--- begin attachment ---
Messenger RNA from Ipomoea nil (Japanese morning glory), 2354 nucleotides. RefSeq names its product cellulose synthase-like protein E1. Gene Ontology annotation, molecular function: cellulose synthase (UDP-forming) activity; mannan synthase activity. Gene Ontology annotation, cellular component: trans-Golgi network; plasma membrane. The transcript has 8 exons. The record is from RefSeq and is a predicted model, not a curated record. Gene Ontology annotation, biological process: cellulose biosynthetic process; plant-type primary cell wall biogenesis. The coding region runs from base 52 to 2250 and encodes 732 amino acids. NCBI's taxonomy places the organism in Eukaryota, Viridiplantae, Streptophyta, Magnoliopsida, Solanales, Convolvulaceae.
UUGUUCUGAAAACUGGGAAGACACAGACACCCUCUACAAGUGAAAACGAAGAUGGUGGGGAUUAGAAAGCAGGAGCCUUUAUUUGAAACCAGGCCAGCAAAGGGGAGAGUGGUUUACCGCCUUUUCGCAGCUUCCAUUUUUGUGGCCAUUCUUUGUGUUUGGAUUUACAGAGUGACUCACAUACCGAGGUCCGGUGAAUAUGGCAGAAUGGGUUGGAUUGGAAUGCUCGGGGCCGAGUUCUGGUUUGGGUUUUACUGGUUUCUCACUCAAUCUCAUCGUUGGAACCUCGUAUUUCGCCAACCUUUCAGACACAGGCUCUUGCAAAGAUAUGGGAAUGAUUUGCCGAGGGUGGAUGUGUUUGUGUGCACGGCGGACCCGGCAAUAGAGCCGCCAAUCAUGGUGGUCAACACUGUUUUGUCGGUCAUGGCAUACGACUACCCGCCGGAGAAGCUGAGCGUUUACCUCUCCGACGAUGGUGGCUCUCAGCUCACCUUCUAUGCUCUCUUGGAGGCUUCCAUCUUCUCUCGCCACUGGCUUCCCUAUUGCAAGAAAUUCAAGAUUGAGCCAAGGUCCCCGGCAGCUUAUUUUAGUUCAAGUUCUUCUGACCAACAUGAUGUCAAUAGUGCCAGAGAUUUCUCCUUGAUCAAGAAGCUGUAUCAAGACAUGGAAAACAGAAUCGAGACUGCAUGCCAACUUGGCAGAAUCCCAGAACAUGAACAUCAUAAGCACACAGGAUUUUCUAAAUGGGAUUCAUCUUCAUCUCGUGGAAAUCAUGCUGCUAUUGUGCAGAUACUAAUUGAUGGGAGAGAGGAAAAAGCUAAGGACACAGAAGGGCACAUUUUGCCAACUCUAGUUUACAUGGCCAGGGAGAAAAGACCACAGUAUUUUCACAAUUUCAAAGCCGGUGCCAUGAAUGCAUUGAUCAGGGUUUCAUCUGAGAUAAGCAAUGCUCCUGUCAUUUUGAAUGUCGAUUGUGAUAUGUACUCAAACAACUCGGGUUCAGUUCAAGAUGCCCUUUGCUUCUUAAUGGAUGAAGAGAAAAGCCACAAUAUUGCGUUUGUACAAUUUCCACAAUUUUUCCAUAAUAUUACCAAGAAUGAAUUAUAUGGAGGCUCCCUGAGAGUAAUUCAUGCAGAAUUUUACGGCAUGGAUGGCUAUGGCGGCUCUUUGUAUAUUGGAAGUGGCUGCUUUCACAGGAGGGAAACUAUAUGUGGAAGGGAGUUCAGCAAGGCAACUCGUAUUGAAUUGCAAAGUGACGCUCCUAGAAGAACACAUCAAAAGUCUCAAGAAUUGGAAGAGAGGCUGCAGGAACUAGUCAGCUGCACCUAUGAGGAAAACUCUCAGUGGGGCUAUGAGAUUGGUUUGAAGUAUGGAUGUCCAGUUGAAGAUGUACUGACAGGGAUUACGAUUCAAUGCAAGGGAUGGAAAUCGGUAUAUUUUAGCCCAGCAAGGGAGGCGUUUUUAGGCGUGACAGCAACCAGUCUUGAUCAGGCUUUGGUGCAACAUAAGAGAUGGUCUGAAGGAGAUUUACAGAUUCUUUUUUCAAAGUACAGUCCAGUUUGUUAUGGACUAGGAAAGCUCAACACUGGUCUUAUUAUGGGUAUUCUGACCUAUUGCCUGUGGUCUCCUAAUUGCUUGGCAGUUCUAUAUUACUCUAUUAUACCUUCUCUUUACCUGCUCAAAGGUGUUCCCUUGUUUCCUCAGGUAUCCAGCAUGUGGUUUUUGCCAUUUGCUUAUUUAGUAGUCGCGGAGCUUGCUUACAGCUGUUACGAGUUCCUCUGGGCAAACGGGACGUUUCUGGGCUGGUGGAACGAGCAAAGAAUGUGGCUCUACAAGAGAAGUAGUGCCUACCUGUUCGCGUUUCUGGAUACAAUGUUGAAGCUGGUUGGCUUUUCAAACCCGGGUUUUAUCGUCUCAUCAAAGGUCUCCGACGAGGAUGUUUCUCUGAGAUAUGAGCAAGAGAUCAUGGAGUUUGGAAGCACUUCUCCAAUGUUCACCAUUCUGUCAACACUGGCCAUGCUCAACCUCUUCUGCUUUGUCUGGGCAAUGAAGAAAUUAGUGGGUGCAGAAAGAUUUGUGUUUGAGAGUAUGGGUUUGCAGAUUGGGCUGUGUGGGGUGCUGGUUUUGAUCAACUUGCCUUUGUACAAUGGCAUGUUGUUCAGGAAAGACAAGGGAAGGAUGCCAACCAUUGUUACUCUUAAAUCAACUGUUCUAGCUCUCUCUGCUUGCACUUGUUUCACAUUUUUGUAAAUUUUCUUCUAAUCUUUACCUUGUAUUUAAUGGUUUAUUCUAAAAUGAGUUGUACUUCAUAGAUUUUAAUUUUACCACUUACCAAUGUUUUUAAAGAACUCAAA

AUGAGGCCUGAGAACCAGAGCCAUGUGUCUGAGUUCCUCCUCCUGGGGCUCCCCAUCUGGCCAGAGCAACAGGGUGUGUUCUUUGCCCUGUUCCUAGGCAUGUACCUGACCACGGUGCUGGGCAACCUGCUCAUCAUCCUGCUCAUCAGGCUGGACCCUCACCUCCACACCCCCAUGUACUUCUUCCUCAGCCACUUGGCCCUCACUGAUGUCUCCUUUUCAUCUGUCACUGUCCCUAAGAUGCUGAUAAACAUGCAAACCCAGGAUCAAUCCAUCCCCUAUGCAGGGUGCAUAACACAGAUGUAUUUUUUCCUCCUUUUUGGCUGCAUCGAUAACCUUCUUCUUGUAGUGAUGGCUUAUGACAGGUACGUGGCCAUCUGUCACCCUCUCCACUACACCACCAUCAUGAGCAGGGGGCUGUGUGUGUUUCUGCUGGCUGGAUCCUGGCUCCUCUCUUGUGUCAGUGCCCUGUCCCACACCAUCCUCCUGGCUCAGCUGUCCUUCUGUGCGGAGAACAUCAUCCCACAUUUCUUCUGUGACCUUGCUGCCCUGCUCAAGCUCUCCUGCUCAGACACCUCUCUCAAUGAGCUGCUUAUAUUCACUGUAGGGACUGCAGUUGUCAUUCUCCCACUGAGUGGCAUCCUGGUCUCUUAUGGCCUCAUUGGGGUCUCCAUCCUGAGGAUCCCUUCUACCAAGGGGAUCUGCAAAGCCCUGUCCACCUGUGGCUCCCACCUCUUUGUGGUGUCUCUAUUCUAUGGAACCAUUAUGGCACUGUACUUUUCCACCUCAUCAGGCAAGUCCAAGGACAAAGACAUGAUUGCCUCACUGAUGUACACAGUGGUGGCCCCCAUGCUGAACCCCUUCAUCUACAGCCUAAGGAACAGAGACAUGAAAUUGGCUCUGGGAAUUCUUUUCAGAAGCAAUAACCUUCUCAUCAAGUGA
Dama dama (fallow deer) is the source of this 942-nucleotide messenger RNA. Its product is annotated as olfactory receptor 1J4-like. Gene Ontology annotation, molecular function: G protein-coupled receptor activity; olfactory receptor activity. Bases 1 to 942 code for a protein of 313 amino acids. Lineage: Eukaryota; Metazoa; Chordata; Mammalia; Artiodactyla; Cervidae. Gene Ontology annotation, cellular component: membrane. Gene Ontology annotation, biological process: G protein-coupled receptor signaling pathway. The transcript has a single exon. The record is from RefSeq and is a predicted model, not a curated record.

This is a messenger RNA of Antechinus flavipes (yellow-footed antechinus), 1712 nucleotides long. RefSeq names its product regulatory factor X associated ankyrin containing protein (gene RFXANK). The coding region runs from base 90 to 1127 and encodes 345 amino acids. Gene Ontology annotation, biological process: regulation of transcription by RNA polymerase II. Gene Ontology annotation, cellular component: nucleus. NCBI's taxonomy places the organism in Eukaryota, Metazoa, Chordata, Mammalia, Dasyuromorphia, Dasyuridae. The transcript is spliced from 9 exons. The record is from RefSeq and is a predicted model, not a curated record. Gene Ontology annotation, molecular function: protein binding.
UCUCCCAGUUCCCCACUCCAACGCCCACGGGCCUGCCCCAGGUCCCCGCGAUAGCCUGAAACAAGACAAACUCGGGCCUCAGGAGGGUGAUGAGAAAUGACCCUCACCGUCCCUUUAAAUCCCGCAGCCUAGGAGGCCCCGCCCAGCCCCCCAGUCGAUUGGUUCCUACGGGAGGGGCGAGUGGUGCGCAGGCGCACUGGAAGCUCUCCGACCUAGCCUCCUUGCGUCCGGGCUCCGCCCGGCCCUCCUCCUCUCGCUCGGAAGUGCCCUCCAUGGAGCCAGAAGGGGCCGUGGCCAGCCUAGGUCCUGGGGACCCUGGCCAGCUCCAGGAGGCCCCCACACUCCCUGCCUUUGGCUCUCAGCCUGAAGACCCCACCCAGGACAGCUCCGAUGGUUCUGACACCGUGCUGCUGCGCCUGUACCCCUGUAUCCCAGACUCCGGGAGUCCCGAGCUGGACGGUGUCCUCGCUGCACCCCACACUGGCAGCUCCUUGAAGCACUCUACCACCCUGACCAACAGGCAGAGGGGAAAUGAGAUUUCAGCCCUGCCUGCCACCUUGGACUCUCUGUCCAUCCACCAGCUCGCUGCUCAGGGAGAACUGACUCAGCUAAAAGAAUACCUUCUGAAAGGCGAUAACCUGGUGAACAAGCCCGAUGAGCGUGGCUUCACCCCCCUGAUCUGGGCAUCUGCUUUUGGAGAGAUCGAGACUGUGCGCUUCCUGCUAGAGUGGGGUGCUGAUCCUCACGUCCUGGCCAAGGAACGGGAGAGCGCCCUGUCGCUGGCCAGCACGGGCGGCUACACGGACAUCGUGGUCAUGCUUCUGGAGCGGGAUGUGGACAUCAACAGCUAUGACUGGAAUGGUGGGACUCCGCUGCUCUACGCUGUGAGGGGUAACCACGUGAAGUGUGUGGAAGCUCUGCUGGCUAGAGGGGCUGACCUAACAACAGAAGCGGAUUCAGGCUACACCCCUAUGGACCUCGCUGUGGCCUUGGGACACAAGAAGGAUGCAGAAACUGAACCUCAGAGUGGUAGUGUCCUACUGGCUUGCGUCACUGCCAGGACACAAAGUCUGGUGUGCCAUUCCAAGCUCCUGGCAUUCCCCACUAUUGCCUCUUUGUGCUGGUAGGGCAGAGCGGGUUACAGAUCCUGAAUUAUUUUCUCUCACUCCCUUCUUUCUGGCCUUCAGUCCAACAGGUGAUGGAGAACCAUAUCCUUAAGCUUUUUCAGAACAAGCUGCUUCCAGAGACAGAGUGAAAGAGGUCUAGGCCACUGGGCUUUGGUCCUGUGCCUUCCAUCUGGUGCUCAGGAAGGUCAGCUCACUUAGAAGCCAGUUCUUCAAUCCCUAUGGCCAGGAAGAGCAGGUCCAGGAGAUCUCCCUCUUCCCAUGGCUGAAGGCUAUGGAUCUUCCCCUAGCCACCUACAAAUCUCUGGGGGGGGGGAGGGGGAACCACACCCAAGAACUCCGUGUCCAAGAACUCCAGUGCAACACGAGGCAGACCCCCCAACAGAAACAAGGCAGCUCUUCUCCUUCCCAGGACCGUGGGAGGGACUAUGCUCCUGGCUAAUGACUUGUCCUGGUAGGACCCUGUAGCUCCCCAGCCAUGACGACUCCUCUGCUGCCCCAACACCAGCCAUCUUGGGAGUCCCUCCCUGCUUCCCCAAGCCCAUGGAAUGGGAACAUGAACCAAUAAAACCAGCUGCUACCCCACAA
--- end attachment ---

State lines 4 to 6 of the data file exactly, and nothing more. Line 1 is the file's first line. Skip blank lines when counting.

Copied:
Dama dama (fallow deer) is the source of this 942-nucleotide messenger RNA. Its product is annotated as olfactory receptor 1J4-like. Gene Ontology annotation, molecular function: G protein-coupled receptor activity; olfactory receptor activity. Bases 1 to 942 code for a protein of 313 amino acids. Lineage: Eukaryota; Metazoa; Chordata; Mammalia; Artiodactyla; Cervidae. Gene Ontology annotation, cellular component: membrane. Gene Ontology annotation, biological process: G protein-coupled receptor signaling pathway. The transcript has a single exon. The record is from RefSeq and is a predicted model, not a curated record.

This is a messenger RNA of Antechinus flavipes (yellow-footed antechinus), 1712 nucleotides long. RefSeq names its product regulatory factor X associated ankyrin containing protein (gene RFXANK). The coding region runs from base 90 to 1127 and encodes 345 amino acids. Gene Ontology annotation, biological process: regulation of transcription by RNA polymerase II. Gene Ontology annotation, cellular component: nucleus. NCBI's taxonomy places the organism in Eukaryota, Metazoa, Chordata, Mammalia, Dasyuromorphia, Dasyuridae. The transcript is spliced from 9 exons. The record is from RefSeq and is a predicted model, not a curated record. Gene Ontology annotation, molecular function: protein binding.
UCUCCCAGUUCCCCACUCCAACGCCCACGGGCCUGCCCCAGGUCCCCGCGAUAGCCUGAAACAAGACAAACUCGGGCCUCAGGAGGGUGAUGAGAAAUGACCCUCACCGUCCCUUUAAAUCCCGCAGCCUAGGAGGCCCCGCCCAGCCCCCCAGUCGAUUGGUUCCUACGGGAGGGGCGAGUGGUGCGCAGGCGCACUGGAAGCUCUCCGACCUAGCCUCCUUGCGUCCGGGCUCCGCCCGGCCCUCCUCCUCUCGCUCGGAAGUGCCCUCCAUGGAGCCAGAAGGGGCCGUGGCCAGCCUAGGUCCUGGGGACCCUGGCCAGCUCCAGGAGGCCCCCACACUCCCUGCCUUUGGCUCUCAGCCUGAAGACCCCACCCAGGACAGCUCCGAUGGUUCUGACACCGUGCUGCUGCGCCUGUACCCCUGUAUCCCAGACUCCGGGAGUCCCGAGCUGGACGGUGUCCUCGCUGCACCCCACACUGGCAGCUCCUUGAAGCACUCUACCACCCUGACCAACAGGCAGAGGGGAAAUGAGAUUUCAGCCCUGCCUGCCACCUUGGACUCUCUGUCCAUCCACCAGCUCGCUGCUCAGGGAGAACUGACUCAGCUAAAAGAAUACCUUCUGAAAGGCGAUAACCUGGUGAACAAGCCCGAUGAGCGUGGCUUCACCCCCCUGAUCUGGGCAUCUGCUUUUGGAGAGAUCGAGACUGUGCGCUUCCUGCUAGAGUGGGGUGCUGAUCCUCACGUCCUGGCCAAGGAACGGGAGAGCGCCCUGUCGCUGGCCAGCACGGGCGGCUACACGGACAUCGUGGUCAUGCUUCUGGAGCGGGAUGUGGACAUCAACAGCUAUGACUGGAAUGGUGGGACUCCGCUGCUCUACGCUGUGAGGGGUAACCACGUGAAGUGUGUGGAAGCUCUGCUGGCUAGAGGGGCUGACCUAACAACAGAAGCGGAUUCAGGCUACACCCCUAUGGACCUCGCUGUGGCCUUGGGACACAAGAAGGAUGCAGAAACUGAACCUCAGAGUGGUAGUGUCCUACUGGCUUGCGUCACUGCCAGGACACAAAGUCUGGUGUGCCAUUCCAAGCUCCUGGCAUUCCCCACUAUUGCCUCUUUGUGCUGGUAGGGCAGAGCGGGUUACAGAUCCUGAAUUAUUUUCUCUCACUCCCUUCUUUCUGGCCUUCAGUCCAACAGGUGAUGGAGAACCAUAUCCUUAAGCUUUUUCAGAACAAGCUGCUUCCAGAGACAGAGUGAAAGAGGUCUAGGCCACUGGGCUUUGGUCCUGUGCCUUCCAUCUGGUGCUCAGGAAGGUCAGCUCACUUAGAAGCCAGUUCUUCAAUCCCUAUGGCCAGGAAGAGCAGGUCCAGGAGAUCUCCCUCUUCCCAUGGCUGAAGGCUAUGGAUCUUCCCCUAGCCACCUACAAAUCUCUGGGGGGGGGGAGGGGGAACCACACCCAAGAACUCCGUGUCCAAGAACUCCAGUGCAACACGAGGCAGACCCCCCAACAGAAACAAGGCAGCUCUUCUCCUUCCCAGGACCGUGGGAGGGACUAUGCUCCUGGCUAAUGACUUGUCCUGGUAGGACCCUGUAGCUCCCCAGCCAUGACGACUCCUCUGCUGCCCCAACACCAGCCAUCUUGGGAGUCCCUCCCUGCUUCCCCAAGCCCAUGGAAUGGGAACAUGAACCAAUAAAACCAGCUGCUACCCCACAA